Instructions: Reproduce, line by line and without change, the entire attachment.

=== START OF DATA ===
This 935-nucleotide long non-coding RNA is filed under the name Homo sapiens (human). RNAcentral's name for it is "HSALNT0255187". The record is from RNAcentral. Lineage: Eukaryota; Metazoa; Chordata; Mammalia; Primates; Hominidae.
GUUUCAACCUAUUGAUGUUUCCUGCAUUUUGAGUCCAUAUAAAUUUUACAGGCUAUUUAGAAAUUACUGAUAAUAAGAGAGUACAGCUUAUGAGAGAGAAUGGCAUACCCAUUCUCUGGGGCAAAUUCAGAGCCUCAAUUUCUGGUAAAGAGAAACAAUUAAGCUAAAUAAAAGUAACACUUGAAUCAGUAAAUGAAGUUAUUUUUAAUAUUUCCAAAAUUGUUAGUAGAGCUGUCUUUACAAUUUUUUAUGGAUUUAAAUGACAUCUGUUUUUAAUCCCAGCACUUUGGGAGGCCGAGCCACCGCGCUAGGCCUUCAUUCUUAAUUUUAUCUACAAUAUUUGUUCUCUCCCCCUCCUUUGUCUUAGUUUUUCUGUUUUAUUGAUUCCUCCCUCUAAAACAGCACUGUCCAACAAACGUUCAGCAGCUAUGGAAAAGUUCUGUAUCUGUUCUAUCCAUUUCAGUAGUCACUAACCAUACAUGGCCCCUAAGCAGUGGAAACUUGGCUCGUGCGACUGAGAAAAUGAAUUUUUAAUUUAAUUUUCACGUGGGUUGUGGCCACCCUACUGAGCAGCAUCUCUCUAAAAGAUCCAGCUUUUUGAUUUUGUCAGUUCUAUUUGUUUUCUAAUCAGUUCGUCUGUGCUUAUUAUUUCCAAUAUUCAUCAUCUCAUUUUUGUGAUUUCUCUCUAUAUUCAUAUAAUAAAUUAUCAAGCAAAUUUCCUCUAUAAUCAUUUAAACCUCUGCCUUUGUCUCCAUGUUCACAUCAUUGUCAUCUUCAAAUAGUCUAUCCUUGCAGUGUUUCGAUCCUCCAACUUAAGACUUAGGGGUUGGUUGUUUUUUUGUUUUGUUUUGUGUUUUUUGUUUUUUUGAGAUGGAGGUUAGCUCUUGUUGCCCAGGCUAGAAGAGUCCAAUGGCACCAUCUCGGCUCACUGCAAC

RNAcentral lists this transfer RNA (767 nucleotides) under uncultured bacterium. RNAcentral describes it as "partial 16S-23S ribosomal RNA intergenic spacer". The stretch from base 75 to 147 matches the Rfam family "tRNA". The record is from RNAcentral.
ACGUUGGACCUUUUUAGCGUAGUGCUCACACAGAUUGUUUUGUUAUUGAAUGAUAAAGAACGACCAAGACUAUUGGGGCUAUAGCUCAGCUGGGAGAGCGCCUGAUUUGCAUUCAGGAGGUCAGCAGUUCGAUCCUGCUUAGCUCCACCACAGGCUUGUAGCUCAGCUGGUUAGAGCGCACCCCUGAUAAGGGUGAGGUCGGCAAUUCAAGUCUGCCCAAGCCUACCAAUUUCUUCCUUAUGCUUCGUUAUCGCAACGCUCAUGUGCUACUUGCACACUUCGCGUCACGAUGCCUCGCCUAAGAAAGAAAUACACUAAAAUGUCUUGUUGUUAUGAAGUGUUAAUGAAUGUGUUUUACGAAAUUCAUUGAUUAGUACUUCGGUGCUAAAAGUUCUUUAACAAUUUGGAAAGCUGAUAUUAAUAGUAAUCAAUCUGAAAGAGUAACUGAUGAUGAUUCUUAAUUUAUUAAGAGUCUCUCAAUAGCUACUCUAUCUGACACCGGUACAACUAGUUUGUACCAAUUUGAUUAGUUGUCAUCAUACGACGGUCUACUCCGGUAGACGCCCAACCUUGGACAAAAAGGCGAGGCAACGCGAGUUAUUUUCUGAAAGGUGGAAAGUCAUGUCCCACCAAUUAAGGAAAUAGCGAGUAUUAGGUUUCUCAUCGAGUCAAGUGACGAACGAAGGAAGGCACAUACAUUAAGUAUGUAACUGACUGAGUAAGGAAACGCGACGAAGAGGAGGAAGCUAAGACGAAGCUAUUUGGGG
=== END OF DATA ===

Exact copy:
This 935-nucleotide long non-coding RNA is filed under the name Homo sapiens (human). RNAcentral's name for it is "HSALNT0255187". The record is from RNAcentral. Lineage: Eukaryota; Metazoa; Chordata; Mammalia; Primates; Hominidae.
GUUUCAACCUAUUGAUGUUUCCUGCAUUUUGAGUCCAUAUAAAUUUUACAGGCUAUUUAGAAAUUACUGAUAAUAAGAGAGUACAGCUUAUGAGAGAGAAUGGCAUACCCAUUCUCUGGGGCAAAUUCAGAGCCUCAAUUUCUGGUAAAGAGAAACAAUUAAGCUAAAUAAAAGUAACACUUGAAUCAGUAAAUGAAGUUAUUUUUAAUAUUUCCAAAAUUGUUAGUAGAGCUGUCUUUACAAUUUUUUAUGGAUUUAAAUGACAUCUGUUUUUAAUCCCAGCACUUUGGGAGGCCGAGCCACCGCGCUAGGCCUUCAUUCUUAAUUUUAUCUACAAUAUUUGUUCUCUCCCCCUCCUUUGUCUUAGUUUUUCUGUUUUAUUGAUUCCUCCCUCUAAAACAGCACUGUCCAACAAACGUUCAGCAGCUAUGGAAAAGUUCUGUAUCUGUUCUAUCCAUUUCAGUAGUCACUAACCAUACAUGGCCCCUAAGCAGUGGAAACUUGGCUCGUGCGACUGAGAAAAUGAAUUUUUAAUUUAAUUUUCACGUGGGUUGUGGCCACCCUACUGAGCAGCAUCUCUCUAAAAGAUCCAGCUUUUUGAUUUUGUCAGUUCUAUUUGUUUUCUAAUCAGUUCGUCUGUGCUUAUUAUUUCCAAUAUUCAUCAUCUCAUUUUUGUGAUUUCUCUCUAUAUUCAUAUAAUAAAUUAUCAAGCAAAUUUCCUCUAUAAUCAUUUAAACCUCUGCCUUUGUCUCCAUGUUCACAUCAUUGUCAUCUUCAAAUAGUCUAUCCUUGCAGUGUUUCGAUCCUCCAACUUAAGACUUAGGGGUUGGUUGUUUUUUUGUUUUGUUUUGUGUUUUUUGUUUUUUUGAGAUGGAGGUUAGCUCUUGUUGCCCAGGCUAGAAGAGUCCAAUGGCACCAUCUCGGCUCACUGCAAC

RNAcentral lists this transfer RNA (767 nucleotides) under uncultured bacterium. RNAcentral describes it as "partial 16S-23S ribosomal RNA intergenic spacer". The stretch from base 75 to 147 matches the Rfam family "tRNA". The record is from RNAcentral.
ACGUUGGACCUUUUUAGCGUAGUGCUCACACAGAUUGUUUUGUUAUUGAAUGAUAAAGAACGACCAAGACUAUUGGGGCUAUAGCUCAGCUGGGAGAGCGCCUGAUUUGCAUUCAGGAGGUCAGCAGUUCGAUCCUGCUUAGCUCCACCACAGGCUUGUAGCUCAGCUGGUUAGAGCGCACCCCUGAUAAGGGUGAGGUCGGCAAUUCAAGUCUGCCCAAGCCUACCAAUUUCUUCCUUAUGCUUCGUUAUCGCAACGCUCAUGUGCUACUUGCACACUUCGCGUCACGAUGCCUCGCCUAAGAAAGAAAUACACUAAAAUGUCUUGUUGUUAUGAAGUGUUAAUGAAUGUGUUUUACGAAAUUCAUUGAUUAGUACUUCGGUGCUAAAAGUUCUUUAACAAUUUGGAAAGCUGAUAUUAAUAGUAAUCAAUCUGAAAGAGUAACUGAUGAUGAUUCUUAAUUUAUUAAGAGUCUCUCAAUAGCUACUCUAUCUGACACCGGUACAACUAGUUUGUACCAAUUUGAUUAGUUGUCAUCAUACGACGGUCUACUCCGGUAGACGCCCAACCUUGGACAAAAAGGCGAGGCAACGCGAGUUAUUUUCUGAAAGGUGGAAAGUCAUGUCCCACCAAUUAAGGAAAUAGCGAGUAUUAGGUUUCUCAUCGAGUCAAGUGACGAACGAAGGAAGGCACAUACAUUAAGUAUGUAACUGACUGAGUAAGGAAACGCGACGAAGAGGAGGAAGCUAAGACGAAGCUAUUUGGGG